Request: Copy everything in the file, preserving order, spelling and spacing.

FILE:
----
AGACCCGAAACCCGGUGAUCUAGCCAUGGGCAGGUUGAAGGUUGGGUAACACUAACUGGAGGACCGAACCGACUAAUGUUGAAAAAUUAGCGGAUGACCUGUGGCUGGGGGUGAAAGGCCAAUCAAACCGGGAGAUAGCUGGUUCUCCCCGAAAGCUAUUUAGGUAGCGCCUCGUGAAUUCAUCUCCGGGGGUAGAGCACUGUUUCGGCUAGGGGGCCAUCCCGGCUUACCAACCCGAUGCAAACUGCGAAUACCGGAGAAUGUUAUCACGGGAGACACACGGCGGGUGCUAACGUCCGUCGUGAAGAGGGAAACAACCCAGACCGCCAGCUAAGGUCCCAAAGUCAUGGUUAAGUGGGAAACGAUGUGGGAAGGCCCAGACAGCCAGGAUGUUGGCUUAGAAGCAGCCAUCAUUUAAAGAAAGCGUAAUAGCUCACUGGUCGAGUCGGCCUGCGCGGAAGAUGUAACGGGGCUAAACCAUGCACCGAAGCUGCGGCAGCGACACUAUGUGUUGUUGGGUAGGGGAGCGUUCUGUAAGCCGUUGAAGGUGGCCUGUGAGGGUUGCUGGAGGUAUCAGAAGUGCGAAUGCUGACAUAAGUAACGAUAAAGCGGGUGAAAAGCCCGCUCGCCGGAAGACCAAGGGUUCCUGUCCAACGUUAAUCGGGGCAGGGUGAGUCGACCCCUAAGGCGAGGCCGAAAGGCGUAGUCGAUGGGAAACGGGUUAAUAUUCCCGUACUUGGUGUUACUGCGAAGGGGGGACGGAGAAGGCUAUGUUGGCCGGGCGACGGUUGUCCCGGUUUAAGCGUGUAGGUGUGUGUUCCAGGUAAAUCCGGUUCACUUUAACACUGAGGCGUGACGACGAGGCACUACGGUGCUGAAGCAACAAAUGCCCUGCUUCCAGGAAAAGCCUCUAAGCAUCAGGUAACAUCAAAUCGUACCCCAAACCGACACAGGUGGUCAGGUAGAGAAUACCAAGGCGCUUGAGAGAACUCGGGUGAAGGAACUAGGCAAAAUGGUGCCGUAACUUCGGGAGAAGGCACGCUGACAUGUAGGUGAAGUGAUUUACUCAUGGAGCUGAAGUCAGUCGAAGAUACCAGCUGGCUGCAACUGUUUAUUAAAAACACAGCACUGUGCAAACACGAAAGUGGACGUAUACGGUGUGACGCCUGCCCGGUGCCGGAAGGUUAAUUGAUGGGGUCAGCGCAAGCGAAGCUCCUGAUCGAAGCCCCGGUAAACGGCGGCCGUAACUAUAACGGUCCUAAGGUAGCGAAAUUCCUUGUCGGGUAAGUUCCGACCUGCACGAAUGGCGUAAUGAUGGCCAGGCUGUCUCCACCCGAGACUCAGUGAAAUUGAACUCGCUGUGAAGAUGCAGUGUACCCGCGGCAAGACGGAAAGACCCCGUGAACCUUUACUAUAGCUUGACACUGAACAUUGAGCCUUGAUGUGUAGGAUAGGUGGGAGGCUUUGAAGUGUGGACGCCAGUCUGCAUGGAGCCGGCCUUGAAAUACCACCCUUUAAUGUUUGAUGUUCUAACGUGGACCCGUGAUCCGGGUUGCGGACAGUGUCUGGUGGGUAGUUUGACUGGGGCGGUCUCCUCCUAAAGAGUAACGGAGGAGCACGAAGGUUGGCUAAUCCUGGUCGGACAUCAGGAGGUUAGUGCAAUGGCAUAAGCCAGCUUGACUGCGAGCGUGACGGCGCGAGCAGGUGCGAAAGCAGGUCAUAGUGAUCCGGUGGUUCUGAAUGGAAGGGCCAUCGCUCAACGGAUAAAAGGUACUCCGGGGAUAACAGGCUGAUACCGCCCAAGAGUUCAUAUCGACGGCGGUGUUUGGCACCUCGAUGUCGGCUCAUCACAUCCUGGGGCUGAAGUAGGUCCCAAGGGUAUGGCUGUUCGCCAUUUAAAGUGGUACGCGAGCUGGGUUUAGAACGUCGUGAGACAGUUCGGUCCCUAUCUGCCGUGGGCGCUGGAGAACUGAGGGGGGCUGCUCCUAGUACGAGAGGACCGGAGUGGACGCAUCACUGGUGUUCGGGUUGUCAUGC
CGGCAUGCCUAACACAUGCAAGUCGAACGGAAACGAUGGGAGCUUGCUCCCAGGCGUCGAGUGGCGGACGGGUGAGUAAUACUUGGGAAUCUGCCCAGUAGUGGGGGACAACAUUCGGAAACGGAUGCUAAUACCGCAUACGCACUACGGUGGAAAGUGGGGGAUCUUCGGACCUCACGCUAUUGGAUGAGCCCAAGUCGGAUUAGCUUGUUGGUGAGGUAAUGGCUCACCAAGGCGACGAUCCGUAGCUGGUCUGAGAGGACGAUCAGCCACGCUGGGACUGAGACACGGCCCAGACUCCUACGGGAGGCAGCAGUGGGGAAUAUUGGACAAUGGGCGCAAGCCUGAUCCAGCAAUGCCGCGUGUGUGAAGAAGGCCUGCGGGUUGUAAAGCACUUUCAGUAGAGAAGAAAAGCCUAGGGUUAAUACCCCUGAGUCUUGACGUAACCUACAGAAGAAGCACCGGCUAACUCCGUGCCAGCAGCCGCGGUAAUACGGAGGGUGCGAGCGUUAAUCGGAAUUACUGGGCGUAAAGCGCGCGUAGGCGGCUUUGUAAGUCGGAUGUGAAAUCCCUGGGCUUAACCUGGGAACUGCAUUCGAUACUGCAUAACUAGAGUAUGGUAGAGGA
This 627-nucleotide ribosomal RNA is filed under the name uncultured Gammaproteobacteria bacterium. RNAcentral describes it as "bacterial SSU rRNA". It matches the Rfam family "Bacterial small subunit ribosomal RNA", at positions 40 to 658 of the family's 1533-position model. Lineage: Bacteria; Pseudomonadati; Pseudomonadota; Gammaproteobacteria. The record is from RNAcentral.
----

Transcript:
AGACCCGAAACCCGGUGAUCUAGCCAUGGGCAGGUUGAAGGUUGGGUAACACUAACUGGAGGACCGAACCGACUAAUGUUGAAAAAUUAGCGGAUGACCUGUGGCUGGGGGUGAAAGGCCAAUCAAACCGGGAGAUAGCUGGUUCUCCCCGAAAGCUAUUUAGGUAGCGCCUCGUGAAUUCAUCUCCGGGGGUAGAGCACUGUUUCGGCUAGGGGGCCAUCCCGGCUUACCAACCCGAUGCAAACUGCGAAUACCGGAGAAUGUUAUCACGGGAGACACACGGCGGGUGCUAACGUCCGUCGUGAAGAGGGAAACAACCCAGACCGCCAGCUAAGGUCCCAAAGUCAUGGUUAAGUGGGAAACGAUGUGGGAAGGCCCAGACAGCCAGGAUGUUGGCUUAGAAGCAGCCAUCAUUUAAAGAAAGCGUAAUAGCUCACUGGUCGAGUCGGCCUGCGCGGAAGAUGUAACGGGGCUAAACCAUGCACCGAAGCUGCGGCAGCGACACUAUGUGUUGUUGGGUAGGGGAGCGUUCUGUAAGCCGUUGAAGGUGGCCUGUGAGGGUUGCUGGAGGUAUCAGAAGUGCGAAUGCUGACAUAAGUAACGAUAAAGCGGGUGAAAAGCCCGCUCGCCGGAAGACCAAGGGUUCCUGUCCAACGUUAAUCGGGGCAGGGUGAGUCGACCCCUAAGGCGAGGCCGAAAGGCGUAGUCGAUGGGAAACGGGUUAAUAUUCCCGUACUUGGUGUUACUGCGAAGGGGGGACGGAGAAGGCUAUGUUGGCCGGGCGACGGUUGUCCCGGUUUAAGCGUGUAGGUGUGUGUUCCAGGUAAAUCCGGUUCACUUUAACACUGAGGCGUGACGACGAGGCACUACGGUGCUGAAGCAACAAAUGCCCUGCUUCCAGGAAAAGCCUCUAAGCAUCAGGUAACAUCAAAUCGUACCCCAAACCGACACAGGUGGUCAGGUAGAGAAUACCAAGGCGCUUGAGAGAACUCGGGUGAAGGAACUAGGCAAAAUGGUGCCGUAACUUCGGGAGAAGGCACGCUGACAUGUAGGUGAAGUGAUUUACUCAUGGAGCUGAAGUCAGUCGAAGAUACCAGCUGGCUGCAACUGUUUAUUAAAAACACAGCACUGUGCAAACACGAAAGUGGACGUAUACGGUGUGACGCCUGCCCGGUGCCGGAAGGUUAAUUGAUGGGGUCAGCGCAAGCGAAGCUCCUGAUCGAAGCCCCGGUAAACGGCGGCCGUAACUAUAACGGUCCUAAGGUAGCGAAAUUCCUUGUCGGGUAAGUUCCGACCUGCACGAAUGGCGUAAUGAUGGCCAGGCUGUCUCCACCCGAGACUCAGUGAAAUUGAACUCGCUGUGAAGAUGCAGUGUACCCGCGGCAAGACGGAAAGACCCCGUGAACCUUUACUAUAGCUUGACACUGAACAUUGAGCCUUGAUGUGUAGGAUAGGUGGGAGGCUUUGAAGUGUGGACGCCAGUCUGCAUGGAGCCGGCCUUGAAAUACCACCCUUUAAUGUUUGAUGUUCUAACGUGGACCCGUGAUCCGGGUUGCGGACAGUGUCUGGUGGGUAGUUUGACUGGGGCGGUCUCCUCCUAAAGAGUAACGGAGGAGCACGAAGGUUGGCUAAUCCUGGUCGGACAUCAGGAGGUUAGUGCAAUGGCAUAAGCCAGCUUGACUGCGAGCGUGACGGCGCGAGCAGGUGCGAAAGCAGGUCAUAGUGAUCCGGUGGUUCUGAAUGGAAGGGCCAUCGCUCAACGGAUAAAAGGUACUCCGGGGAUAACAGGCUGAUACCGCCCAAGAGUUCAUAUCGACGGCGGUGUUUGGCACCUCGAUGUCGGCUCAUCACAUCCUGGGGCUGAAGUAGGUCCCAAGGGUAUGGCUGUUCGCCAUUUAAAGUGGUACGCGAGCUGGGUUUAGAACGUCGUGAGACAGUUCGGUCCCUAUCUGCCGUGGGCGCUGGAGAACUGAGGGGGGCUGCUCCUAGUACGAGAGGACCGGAGUGGACGCAUCACUGGUGUUCGGGUUGUCAUGC
CGGCAUGCCUAACACAUGCAAGUCGAACGGAAACGAUGGGAGCUUGCUCCCAGGCGUCGAGUGGCGGACGGGUGAGUAAUACUUGGGAAUCUGCCCAGUAGUGGGGGACAACAUUCGGAAACGGAUGCUAAUACCGCAUACGCACUACGGUGGAAAGUGGGGGAUCUUCGGACCUCACGCUAUUGGAUGAGCCCAAGUCGGAUUAGCUUGUUGGUGAGGUAAUGGCUCACCAAGGCGACGAUCCGUAGCUGGUCUGAGAGGACGAUCAGCCACGCUGGGACUGAGACACGGCCCAGACUCCUACGGGAGGCAGCAGUGGGGAAUAUUGGACAAUGGGCGCAAGCCUGAUCCAGCAAUGCCGCGUGUGUGAAGAAGGCCUGCGGGUUGUAAAGCACUUUCAGUAGAGAAGAAAAGCCUAGGGUUAAUACCCCUGAGUCUUGACGUAACCUACAGAAGAAGCACCGGCUAACUCCGUGCCAGCAGCCGCGGUAAUACGGAGGGUGCGAGCGUUAAUCGGAAUUACUGGGCGUAAAGCGCGCGUAGGCGGCUUUGUAAGUCGGAUGUGAAAUCCCUGGGCUUAACCUGGGAACUGCAUUCGAUACUGCAUAACUAGAGUAUGGUAGAGGA
This 627-nucleotide ribosomal RNA is filed under the name uncultured Gammaproteobacteria bacterium. RNAcentral describes it as "bacterial SSU rRNA". It matches the Rfam family "Bacterial small subunit ribosomal RNA", at positions 40 to 658 of the family's 1533-position model. Lineage: Bacteria; Pseudomonadati; Pseudomonadota; Gammaproteobacteria. The record is from RNAcentral.